In 1968 I returned to New York City and studied at the Merce Cunningham Studio.  There, I began to feel as if the space I moved in had been liberated. We moved through an open field,  detached from the logic of the pushes and pulls of the Wigman school, or the internal drama of the Graham technique. In Merce Cunningham: The Modernising of Modern Dance (2004), Roger Copeland observed that Cunningham’s

“decentralising” methods of stage space–whereby a dancer positioned, say, down-stage center assumes no automatic pride of place over dancers positioned “say” upstage left or right–has challenged inherited ideas about spatial organisation that have literally “held the stage” since the introduction of the proscenium arch and single-point perspective scenic design in the early 17th century. (4)

Through Cunningham’s ideas we understood that the space around us could stand for itself, the body did not always have to present itself frontally, and movement did not need a front or back. We cut through, over, and around the space, not only in simple locomotor patterns but also in complex rhythms and combinations of steps. Through Cunningham’s chance methods of creating, his work admitted the irrational, unpredictable, and accidental nature of events. At that time of change, unrest, and possibility in the late 1960s and early 1970s in America, his work reflected a sense of the world around us. Influenced by Merce’s experimentation and the radical nature of the times, younger choreographers were also exploring and experimenting with ways of creating and perceiving space.

In the late 1960s and early 1970s, I danced in the companies of Viola Farber, Dan Wagoner, and Mel Wong. Both Wong and Farber had worked in Cunningham’s company and were influenced by his ideas of chance and the concept that any movement could follow another. Farber’s work flung itself through space, and many of the pieces I was involved in had both improvisation and chance elements, allowing the dance to unfold in different ways each time we performed. In Farber’s work I was acutely aware of the fleeting nature of each moment in space, of the constantly changing nature of movement.(5) Wong approached space like a visual artist. His work was intuitive, dense and exploratory, it asked you to view the whole space and the juxtapositions  of movement and visual art elements, rather than focusing on one or two dancers.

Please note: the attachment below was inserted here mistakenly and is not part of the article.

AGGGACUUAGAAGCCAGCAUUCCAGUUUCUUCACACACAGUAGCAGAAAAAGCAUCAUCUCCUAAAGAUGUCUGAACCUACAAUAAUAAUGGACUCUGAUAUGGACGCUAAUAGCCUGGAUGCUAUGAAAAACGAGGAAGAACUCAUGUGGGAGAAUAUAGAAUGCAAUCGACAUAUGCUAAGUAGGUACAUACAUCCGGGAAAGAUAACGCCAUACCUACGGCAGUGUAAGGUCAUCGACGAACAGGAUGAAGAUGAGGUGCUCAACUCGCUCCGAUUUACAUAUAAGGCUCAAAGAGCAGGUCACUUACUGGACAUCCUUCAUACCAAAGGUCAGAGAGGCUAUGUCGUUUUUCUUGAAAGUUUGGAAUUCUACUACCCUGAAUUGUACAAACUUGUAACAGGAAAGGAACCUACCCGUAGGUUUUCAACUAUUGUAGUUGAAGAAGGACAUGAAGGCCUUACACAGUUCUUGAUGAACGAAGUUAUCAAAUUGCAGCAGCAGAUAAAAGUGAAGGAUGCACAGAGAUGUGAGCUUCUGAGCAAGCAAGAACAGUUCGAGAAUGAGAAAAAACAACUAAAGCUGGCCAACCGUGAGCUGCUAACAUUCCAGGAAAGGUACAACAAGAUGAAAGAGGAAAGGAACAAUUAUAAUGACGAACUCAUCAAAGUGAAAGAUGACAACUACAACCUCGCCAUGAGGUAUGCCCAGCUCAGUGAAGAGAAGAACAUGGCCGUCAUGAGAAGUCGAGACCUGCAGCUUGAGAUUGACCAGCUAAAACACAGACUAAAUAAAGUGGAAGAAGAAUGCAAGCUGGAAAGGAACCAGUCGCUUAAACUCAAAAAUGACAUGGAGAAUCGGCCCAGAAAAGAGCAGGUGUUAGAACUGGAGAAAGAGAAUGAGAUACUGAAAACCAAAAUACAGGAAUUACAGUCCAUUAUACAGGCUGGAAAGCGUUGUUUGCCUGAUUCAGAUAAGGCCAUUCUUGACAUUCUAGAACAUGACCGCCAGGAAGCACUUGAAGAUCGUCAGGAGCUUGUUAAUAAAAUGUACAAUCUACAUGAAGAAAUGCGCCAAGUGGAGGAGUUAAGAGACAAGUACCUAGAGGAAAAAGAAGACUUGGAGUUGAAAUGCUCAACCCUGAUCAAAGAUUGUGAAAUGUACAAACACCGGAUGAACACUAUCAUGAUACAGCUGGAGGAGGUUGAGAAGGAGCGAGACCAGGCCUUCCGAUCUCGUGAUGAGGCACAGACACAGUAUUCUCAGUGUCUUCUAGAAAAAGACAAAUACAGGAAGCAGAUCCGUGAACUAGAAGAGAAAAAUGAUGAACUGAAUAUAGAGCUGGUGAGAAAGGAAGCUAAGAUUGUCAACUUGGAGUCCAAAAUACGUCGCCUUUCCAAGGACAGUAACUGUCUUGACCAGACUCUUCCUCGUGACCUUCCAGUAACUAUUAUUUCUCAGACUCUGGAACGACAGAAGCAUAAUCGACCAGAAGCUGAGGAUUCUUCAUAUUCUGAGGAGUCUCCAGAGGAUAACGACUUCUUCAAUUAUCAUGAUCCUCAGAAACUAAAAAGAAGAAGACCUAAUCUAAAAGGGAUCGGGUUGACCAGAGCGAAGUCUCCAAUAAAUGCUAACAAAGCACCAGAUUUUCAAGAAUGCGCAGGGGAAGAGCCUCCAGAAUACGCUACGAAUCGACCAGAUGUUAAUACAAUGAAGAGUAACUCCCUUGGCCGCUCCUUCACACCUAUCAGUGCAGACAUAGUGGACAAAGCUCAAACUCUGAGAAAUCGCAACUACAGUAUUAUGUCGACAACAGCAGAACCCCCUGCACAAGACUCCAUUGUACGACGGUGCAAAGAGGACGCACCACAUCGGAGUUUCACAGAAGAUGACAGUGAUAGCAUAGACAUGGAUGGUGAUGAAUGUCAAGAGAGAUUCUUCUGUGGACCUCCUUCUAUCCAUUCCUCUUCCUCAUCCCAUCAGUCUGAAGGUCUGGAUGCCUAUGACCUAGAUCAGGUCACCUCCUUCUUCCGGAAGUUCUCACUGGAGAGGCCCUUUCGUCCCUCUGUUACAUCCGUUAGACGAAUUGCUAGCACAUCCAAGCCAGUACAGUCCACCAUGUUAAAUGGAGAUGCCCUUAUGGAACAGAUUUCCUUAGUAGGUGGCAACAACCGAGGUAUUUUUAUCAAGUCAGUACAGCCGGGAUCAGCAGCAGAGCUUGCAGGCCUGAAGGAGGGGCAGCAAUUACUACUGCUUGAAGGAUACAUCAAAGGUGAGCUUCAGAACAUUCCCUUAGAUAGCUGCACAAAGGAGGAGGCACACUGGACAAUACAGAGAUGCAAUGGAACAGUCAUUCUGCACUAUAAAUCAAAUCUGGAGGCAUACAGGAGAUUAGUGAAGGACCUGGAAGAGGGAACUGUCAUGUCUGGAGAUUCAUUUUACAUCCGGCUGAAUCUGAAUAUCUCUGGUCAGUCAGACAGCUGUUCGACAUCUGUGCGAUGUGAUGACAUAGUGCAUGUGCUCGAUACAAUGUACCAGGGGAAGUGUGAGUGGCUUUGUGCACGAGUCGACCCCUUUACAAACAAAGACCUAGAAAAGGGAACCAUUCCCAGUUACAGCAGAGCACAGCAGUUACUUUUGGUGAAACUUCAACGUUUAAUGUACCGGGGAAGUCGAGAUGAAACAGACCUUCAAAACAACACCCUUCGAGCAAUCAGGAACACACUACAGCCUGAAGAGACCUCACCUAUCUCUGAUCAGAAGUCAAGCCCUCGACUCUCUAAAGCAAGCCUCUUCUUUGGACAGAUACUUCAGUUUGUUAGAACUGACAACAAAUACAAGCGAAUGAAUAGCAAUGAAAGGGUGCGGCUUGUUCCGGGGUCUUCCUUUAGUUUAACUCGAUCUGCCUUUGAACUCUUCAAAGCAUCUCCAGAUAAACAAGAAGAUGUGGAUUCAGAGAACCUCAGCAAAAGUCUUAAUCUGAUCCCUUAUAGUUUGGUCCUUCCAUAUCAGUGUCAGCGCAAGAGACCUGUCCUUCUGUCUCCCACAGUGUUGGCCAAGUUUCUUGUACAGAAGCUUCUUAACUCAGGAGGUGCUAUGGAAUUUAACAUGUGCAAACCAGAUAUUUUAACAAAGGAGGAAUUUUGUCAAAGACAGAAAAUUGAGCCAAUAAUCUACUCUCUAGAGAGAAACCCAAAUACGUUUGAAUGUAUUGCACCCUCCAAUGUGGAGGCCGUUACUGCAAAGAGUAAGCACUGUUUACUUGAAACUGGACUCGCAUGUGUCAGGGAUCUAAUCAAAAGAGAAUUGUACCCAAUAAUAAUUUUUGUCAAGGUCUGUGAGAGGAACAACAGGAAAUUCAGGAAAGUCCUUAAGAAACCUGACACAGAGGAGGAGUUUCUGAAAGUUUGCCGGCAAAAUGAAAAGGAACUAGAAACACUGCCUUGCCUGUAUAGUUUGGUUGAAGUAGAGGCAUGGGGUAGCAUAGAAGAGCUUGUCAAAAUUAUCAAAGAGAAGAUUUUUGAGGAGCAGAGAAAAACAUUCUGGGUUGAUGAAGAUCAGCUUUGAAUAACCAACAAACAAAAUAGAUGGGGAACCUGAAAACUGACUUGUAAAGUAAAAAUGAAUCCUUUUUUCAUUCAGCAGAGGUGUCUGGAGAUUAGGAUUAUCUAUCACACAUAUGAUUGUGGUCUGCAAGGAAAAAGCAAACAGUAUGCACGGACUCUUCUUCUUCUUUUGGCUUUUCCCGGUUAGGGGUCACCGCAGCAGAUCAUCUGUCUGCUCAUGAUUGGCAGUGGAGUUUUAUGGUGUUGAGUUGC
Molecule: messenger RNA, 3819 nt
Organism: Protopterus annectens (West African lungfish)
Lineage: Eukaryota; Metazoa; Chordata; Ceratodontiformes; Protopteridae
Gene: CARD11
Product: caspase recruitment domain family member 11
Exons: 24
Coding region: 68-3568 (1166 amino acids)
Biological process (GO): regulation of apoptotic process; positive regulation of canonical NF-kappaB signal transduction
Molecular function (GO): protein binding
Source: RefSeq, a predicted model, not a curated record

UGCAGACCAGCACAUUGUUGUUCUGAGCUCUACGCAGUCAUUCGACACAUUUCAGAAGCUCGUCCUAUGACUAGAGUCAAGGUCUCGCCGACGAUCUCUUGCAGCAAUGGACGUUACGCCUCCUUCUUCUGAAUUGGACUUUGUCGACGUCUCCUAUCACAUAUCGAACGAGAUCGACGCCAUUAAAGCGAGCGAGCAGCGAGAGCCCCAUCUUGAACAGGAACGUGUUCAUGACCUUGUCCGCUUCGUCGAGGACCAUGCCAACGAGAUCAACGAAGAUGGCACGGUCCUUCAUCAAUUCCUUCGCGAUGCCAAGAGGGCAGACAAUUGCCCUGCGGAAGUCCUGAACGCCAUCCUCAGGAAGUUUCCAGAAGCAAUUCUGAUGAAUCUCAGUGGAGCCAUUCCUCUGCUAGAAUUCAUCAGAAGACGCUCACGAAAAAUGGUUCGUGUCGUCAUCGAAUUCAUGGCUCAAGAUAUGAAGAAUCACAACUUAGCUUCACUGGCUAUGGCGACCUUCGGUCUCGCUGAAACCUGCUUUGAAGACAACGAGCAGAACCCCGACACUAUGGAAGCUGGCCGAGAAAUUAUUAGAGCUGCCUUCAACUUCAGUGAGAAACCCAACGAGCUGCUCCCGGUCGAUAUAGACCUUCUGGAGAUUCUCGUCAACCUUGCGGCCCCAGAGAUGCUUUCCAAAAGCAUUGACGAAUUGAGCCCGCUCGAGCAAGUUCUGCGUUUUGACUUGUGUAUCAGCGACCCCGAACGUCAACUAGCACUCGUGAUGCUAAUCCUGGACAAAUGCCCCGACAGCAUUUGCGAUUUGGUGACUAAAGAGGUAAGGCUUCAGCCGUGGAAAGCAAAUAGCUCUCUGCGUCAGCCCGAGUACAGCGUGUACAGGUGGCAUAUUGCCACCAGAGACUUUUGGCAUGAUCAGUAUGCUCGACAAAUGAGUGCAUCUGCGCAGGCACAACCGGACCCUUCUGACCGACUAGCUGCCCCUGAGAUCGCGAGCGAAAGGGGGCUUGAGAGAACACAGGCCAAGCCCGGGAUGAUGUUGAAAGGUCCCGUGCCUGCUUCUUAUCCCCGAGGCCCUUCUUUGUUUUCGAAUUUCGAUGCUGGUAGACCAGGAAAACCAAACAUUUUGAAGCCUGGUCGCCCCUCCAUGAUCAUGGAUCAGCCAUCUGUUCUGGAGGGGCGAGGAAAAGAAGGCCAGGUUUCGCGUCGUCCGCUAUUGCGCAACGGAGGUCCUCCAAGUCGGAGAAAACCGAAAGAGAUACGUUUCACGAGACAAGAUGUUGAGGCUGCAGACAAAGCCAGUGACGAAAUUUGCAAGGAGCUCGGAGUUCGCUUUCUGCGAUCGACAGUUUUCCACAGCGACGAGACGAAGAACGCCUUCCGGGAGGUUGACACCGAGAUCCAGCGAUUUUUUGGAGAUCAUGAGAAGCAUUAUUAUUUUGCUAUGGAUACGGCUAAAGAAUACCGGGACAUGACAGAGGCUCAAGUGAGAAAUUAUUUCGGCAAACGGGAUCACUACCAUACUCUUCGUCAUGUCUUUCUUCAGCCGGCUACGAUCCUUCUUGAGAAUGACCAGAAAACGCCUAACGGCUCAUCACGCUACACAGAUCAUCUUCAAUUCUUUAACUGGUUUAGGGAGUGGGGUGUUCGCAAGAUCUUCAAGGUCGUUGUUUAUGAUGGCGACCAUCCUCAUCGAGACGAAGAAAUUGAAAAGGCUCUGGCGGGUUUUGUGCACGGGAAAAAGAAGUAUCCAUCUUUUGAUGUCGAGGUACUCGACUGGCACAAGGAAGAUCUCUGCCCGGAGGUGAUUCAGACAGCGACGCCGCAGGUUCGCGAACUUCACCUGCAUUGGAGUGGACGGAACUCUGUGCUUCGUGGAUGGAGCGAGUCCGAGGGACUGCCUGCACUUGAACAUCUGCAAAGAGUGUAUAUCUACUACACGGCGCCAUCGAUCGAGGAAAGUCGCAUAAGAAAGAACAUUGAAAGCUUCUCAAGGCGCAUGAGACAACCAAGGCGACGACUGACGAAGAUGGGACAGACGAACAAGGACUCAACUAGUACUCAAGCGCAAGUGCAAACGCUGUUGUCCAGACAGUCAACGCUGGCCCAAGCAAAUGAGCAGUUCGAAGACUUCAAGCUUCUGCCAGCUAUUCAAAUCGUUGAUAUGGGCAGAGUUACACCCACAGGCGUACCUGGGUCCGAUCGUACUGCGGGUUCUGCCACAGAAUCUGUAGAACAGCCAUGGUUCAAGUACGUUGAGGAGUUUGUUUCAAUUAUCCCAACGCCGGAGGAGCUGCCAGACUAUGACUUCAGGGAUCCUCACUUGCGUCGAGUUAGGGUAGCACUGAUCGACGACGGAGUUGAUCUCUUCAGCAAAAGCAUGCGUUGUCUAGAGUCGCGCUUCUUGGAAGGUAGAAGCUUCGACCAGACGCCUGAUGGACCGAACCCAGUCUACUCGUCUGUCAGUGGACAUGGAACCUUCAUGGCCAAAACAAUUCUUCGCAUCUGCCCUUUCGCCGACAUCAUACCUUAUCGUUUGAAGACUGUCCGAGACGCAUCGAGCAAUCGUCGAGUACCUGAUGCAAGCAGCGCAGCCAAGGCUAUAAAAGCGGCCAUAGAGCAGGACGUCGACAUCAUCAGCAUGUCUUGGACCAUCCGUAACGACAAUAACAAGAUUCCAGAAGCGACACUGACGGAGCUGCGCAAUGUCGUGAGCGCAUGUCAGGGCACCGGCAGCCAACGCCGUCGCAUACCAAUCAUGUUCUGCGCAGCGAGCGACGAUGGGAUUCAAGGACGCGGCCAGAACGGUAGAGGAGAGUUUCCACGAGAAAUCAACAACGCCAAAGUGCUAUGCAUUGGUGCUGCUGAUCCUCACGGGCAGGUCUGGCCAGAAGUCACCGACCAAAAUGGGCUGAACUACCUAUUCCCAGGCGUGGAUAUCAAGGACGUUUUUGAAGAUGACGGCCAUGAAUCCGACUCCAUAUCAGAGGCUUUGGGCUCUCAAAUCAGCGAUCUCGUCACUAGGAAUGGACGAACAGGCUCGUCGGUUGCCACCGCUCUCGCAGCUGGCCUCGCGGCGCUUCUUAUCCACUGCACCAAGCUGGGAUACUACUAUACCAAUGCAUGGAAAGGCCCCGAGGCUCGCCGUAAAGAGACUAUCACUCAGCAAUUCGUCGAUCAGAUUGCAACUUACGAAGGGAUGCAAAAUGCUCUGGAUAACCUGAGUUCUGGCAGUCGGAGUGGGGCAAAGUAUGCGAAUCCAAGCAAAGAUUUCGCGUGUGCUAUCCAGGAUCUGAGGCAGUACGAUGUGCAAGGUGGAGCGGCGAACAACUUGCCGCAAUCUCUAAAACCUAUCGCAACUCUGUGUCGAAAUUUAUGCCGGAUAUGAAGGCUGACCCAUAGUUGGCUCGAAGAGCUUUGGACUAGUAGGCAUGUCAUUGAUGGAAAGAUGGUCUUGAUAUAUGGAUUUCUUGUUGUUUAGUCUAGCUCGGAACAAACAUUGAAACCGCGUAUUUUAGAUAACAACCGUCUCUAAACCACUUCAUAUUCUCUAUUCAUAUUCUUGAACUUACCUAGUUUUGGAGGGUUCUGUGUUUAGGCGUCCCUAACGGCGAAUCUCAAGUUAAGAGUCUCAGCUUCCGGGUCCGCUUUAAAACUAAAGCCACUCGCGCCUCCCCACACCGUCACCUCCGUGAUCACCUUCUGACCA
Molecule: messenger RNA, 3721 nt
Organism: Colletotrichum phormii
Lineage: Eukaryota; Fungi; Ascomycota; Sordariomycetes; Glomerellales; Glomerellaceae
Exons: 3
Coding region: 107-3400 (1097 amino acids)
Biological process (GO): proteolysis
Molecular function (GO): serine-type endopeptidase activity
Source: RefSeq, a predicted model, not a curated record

In 1970 I also worked with Twyla Tharp on a site-specific work, Dancing in the Streets of London and Paris, Continued in Stockholm And Sometimes Madrid, which we performed at the Metropolitan Museum of Art. Tharp was in the early experimental phase of her career. We rehearsed for hours every day, often working within the museum after it closed. We spread our dancing through the spaces of the museum. Streaming up and down the grand staircase in the Great Hall doing Tharp’s complex stepping patterns, we alternated between seemingly pedestrian actions and rigourous group movement, depending on split-second timing as we passed the movement from one dancing group to another. I was affected by Tharp’s rigourous way of working, in the ways she split up and reconfigured movement, but also by the experience of moving in that great museum. The space inspired alternative ways of thinking about performing in both its immensity, and in the moments of intimacy it allowed with our audience as they moved around us.

Dance in New York during that period seemed to be bursting with energy and ideas. Meredith Monk was also taking dance outside of conventional spaces and exploring alternative ways of seeing. In 1969 she choreographed Juice: A Theater Cantata in Three Installments, which took place at the Guggenheim Museum, The Loft (a small space in Soho), and Minor Latham Playhouse at Barnard College. These three very different spaces shifted the perspective and the scope of the materials she was exploring. Later, Monk made Butch Cassidy and the Cisco Kid, which was performed in the arboretum at Connecticut College and which she called a real live movie. In it she explored cinematic techniques, such as close-ups, pans, and zooms, in a real-time performance.